We are drawn to Elm for many reasons: ‘compiler as assistant’, friendly error messages, pedagogic documentation, static typing, immutable data structures, pure functions. Yet the whole is more than the sum of its parts resulting in a programming philosophy that is declarative, task focussed and beginner-friendly. This talk considers how that philosophy influenced the design of elm-vega and the adoption of Elm as the primary language to illustrate Literate Visualization (LitVis).
LitVis combines declarative specification of a visualization with a narrative that justifies its design. Elm and Vega are ideal languages for expression of the design and we describe how we integrated them with markdown to create a LitVis environment in Atom and VS Code. We describe how the Elm philosophy has influenced the design of LitVis and lessons learned. This has relevance not only for those interested in visualization with Elm but also anyone designing new packages and programming environments.
July 5, 2018, 3:40PM, 20 minutes
This talk will look at some of the lessons learned from migrating the codebase of the opensolid/geometry package from its object-oriented origins in C++ and Scala to its current implementation in Elm.
We’ll show how to take code that depends on various features found in object-oriented languages and rewrite that code in idiomatic Elm. For example, in a language without overloading or implicit conversions, how do you write functions that work with both vectors and unit vectors? Without inheritance, how do you share 3D transformation functionality between different types of geometry? Answering these questions carefully can require some significant “conceptual refactoring”, but often results in Elm code that is simpler, clearer and more flexible than the original!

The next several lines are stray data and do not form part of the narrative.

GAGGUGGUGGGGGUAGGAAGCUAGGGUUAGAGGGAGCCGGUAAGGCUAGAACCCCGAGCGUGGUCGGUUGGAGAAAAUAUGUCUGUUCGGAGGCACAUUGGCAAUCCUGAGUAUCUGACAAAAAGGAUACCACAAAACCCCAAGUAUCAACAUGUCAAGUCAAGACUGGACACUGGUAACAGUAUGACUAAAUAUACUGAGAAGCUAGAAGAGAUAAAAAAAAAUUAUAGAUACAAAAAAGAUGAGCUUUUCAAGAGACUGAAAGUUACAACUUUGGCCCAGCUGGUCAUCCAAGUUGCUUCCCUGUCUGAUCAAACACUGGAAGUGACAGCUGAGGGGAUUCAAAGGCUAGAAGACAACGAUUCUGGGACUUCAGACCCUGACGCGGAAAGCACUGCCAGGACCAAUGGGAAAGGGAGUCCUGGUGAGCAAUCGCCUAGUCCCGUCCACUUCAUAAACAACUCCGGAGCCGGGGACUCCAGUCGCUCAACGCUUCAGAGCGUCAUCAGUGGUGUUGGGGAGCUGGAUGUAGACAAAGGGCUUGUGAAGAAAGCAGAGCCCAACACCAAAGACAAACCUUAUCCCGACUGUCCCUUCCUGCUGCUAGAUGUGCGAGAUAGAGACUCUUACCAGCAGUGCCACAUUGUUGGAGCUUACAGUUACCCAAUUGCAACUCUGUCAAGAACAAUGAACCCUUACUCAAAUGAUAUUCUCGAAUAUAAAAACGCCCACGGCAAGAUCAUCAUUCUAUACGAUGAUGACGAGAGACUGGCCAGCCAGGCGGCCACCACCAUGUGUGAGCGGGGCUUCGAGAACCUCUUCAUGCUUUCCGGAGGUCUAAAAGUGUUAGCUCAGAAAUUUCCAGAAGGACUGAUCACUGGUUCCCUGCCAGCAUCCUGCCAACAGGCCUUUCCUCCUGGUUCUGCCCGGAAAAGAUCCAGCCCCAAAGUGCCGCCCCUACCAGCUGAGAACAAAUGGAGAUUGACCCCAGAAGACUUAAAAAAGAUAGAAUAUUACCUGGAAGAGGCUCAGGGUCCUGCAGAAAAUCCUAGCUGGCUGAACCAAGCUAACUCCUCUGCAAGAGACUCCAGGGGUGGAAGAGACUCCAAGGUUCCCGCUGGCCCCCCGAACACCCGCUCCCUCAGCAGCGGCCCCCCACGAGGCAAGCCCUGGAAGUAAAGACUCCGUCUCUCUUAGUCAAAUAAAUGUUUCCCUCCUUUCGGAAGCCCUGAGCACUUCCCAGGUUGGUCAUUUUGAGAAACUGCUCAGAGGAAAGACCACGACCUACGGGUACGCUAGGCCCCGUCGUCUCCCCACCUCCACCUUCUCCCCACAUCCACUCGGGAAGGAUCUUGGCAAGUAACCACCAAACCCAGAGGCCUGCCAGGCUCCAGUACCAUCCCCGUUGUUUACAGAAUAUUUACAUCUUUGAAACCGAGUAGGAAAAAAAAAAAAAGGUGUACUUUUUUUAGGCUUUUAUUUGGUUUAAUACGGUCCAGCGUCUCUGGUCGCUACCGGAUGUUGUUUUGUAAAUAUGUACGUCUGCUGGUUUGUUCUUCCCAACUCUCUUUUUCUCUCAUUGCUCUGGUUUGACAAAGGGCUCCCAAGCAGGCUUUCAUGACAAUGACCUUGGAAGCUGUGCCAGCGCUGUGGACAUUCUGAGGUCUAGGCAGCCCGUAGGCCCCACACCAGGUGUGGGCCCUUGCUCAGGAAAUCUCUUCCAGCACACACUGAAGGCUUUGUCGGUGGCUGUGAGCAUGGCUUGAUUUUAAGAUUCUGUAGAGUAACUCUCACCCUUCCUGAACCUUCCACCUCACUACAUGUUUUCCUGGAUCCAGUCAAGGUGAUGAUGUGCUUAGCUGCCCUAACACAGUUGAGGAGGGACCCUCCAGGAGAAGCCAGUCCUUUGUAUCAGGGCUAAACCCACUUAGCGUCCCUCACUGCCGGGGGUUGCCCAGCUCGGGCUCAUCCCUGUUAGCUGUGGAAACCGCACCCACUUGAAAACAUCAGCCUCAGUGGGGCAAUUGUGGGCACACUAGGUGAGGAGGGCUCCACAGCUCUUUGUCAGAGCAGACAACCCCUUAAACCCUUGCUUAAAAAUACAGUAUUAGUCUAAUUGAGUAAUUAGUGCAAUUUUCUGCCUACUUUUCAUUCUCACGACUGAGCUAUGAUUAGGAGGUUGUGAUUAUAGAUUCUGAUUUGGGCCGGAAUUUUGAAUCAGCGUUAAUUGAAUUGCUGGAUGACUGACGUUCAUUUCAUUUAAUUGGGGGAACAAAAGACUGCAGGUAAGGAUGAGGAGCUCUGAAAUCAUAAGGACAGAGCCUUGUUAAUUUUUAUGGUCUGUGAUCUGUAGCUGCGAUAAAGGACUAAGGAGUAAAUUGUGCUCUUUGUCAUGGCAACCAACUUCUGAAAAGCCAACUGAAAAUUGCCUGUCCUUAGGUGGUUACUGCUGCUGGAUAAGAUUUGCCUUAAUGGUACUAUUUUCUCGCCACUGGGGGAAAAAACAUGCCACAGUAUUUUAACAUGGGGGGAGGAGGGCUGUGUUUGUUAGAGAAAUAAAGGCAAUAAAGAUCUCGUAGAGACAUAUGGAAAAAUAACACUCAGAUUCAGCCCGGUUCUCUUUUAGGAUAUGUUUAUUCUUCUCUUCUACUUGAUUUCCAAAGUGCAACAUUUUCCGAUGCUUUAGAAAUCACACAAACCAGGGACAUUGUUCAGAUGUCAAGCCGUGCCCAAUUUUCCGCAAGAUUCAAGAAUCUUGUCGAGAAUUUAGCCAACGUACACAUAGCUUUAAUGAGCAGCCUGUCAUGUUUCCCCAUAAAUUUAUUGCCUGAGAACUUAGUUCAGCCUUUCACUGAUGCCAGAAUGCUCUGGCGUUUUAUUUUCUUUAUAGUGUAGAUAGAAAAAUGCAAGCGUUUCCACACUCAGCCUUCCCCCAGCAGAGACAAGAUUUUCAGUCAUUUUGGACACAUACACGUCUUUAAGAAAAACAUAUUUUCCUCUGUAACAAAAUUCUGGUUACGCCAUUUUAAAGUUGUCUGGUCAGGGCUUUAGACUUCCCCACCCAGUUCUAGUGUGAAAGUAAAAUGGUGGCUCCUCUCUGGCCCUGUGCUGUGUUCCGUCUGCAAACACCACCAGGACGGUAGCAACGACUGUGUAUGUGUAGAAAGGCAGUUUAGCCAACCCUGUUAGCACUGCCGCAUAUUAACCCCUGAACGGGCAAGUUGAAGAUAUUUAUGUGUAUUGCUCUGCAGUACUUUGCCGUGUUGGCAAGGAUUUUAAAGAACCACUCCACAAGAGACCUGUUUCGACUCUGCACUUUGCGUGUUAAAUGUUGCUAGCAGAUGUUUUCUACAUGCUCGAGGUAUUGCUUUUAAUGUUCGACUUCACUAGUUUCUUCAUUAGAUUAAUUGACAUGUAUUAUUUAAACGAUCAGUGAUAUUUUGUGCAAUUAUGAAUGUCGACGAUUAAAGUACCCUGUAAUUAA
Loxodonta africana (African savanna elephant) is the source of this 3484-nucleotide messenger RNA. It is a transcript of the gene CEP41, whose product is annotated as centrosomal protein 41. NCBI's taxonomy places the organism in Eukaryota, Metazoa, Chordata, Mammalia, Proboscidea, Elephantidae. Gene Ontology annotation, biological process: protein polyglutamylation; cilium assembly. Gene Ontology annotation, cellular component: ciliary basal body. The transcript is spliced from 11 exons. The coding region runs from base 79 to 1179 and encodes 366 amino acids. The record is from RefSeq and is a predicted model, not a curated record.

July 5, 2018, 4:20PM, 20 minutes
Céline Martinet Sanchez
Regardless of your knowledge level, writing a course is a good way to improve your skills. Explaining a concept lets you watch it under a different point of view, out of habits based on practice! Shall we wait to be an “expert” to publish a tutorial? How to explain what seems so simple or, by contrast, so complicated? Come to discover it!
July 5, 2018, 5:00PM, 20 minutes
We get a lot for free from using the web platform. Rendering text is one of such things that browsers do well. But what if we wanted to implement this ourselves from scratch? Then we would not only have to learn typographic terms, but also understand their true behavior.